• Story alerts
  • Letter to Editor
  • Pin it

According to the court transcript of July 19, 2000, published news articles, and an interview with Hector Jimenez in November, six white Rancho Peñasquitos teenagers — Steven Deboer, 17; Bradly Davidofsky, 16; Adam Ketsdever, 16; Nicholas Fileccia, 16; Morgan Manduley, 15; and Kevin Williams, 15 — were driving a white Subaru station wagon through their quiet, affluent suburb on July 5 around 4:00 p.m. The boys had either been out cruising or just come from a get-together in their meeting place, an abandoned trailer with “KKK” and other racial epithets spray-painted on its side, set in a dense eucalyptus grove below Peñasquitos’s western edge. On the day of the assault, the teenagers had close- or completely shaven heads. They were carrying a BB gun.

The six youths drove by a Mexican man, Andres Roman Diaz, 66, walking along Black Mountain Road. Roman had finished work at Evergreen Nursery, where he’s employed six days a week watering plants. He was carrying three gallons of drinking water and two sacks of groceries back to his encampment in McGonigle Canyon. This several-mile-long canyon, parts of which contain steep ravines, runs west into Carmel Valley. Carmel Valley, according to migrant liaison officers Cesar Perea and Marty Guerra, is the seasonal home to some 200 farmworkers, documented and illegal. Paralleling McGonigle Canyon is a western segment of Black Mountain Road, which was then unpaved to Evergreen Nursery. The road is flanked by freshly bulldozed tracts — new housing developments and the coming thoroughfare of Ted Williams Parkway. But McGonigle Canyon remains a throwback: Its dusty roads and footpaths crisscross the chaparral. Halfway down a long hill is Roman’s plywood box of a dwelling, a mile and a half from the pan-tiled roofs of the Peñasquitos homes, whose median value is $320,000.

The teenagers shot at Roman from the Subaru with the BB gun during three or four passes. They took turns shooting at him as they drove by, but they missed him. On a fourth or fifth pass, Roman was struck, and his back was punctured with BBs. The youths then stopped the car and three of them pursued Roman on foot. Dropping the water containers, Roman ran toward the canyon. But, as he later told reporters, “They got back in the car and headed me off at the pass.” He was hit in the back another seven times. His back bleeding, Roman still managed to hurtle rocks at his assailants. The teenagers answered by tossing rocks at his head. They shouted “Pendejo!” They also threatened him: “We’re gonna sic immigration on you!” “Mexican, go back to Mexico!” Roman took cover in some bushes and waited. Eventually he made his way to Evergreen Nursery and waited there, also. But he never called the cops. (Later, when asked why he didn’t call for help, especially since he was bleeding, he said, “I didn’t want to bother anybody.”) Nearly two hours later, he left the nursery and returned to warn others at camp, where he lives with his son, Juan, 36. They usually spend evenings and nights undisturbed in their shack. Two single mattresses, candles for light, a propane tank and grill for cooking food, and a radio for entertainment are all they have.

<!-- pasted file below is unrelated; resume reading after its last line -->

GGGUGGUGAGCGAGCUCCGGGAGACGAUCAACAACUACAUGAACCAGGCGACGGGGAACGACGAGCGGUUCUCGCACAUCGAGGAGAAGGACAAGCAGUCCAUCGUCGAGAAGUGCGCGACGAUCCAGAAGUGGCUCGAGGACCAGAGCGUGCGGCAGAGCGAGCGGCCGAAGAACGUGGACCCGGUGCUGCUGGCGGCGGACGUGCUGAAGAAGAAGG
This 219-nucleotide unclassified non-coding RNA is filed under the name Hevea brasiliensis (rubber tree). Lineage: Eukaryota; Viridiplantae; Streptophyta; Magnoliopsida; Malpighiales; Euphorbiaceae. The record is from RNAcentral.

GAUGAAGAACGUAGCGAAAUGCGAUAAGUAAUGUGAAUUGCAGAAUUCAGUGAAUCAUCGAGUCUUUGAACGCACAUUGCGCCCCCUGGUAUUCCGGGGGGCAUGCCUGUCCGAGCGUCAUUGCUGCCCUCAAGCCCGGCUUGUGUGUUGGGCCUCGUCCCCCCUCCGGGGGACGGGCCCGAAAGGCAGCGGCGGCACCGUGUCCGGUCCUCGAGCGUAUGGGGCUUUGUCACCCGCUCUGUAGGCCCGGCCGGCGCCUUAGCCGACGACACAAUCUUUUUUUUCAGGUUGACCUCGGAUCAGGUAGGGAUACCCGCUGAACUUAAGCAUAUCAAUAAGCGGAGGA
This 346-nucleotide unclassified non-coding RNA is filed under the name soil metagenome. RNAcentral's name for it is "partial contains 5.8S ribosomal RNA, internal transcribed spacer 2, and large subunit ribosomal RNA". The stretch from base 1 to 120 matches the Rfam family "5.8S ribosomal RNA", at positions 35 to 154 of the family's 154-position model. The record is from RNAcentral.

During the time Roman was hiding, the six boys drove home and picked up two friends, Michael Rose, 15, and Jason Beever, 14. They also brought along a pellet pistol powered by CO2 cartridges. Before returning, the eight schemed and bragged about what they’d do. At their arrest, some of the adolescents told detectives they talked of how it would be “cool to shoot beaners.” According to Jimenez, some also confessed to a more detailed plan: They would play as if they were immigration officers and demand documentation from the Mexicans. If the men couldn’t produce papers showing they were in the United States legally, the teenagers would attack, rob, and shoot them. In addition, one of the youths told detectives that he believed the Mexicans wouldn’t call the police because the men were undocumented. His assumption was, if the boys beat up men thought to be working here illegally, the victims would, afraid of deportation, tell no one. On the way to one of the workers’ camps, the eight teenagers stopped at a construction site and armed themselves with rebar and wood implements.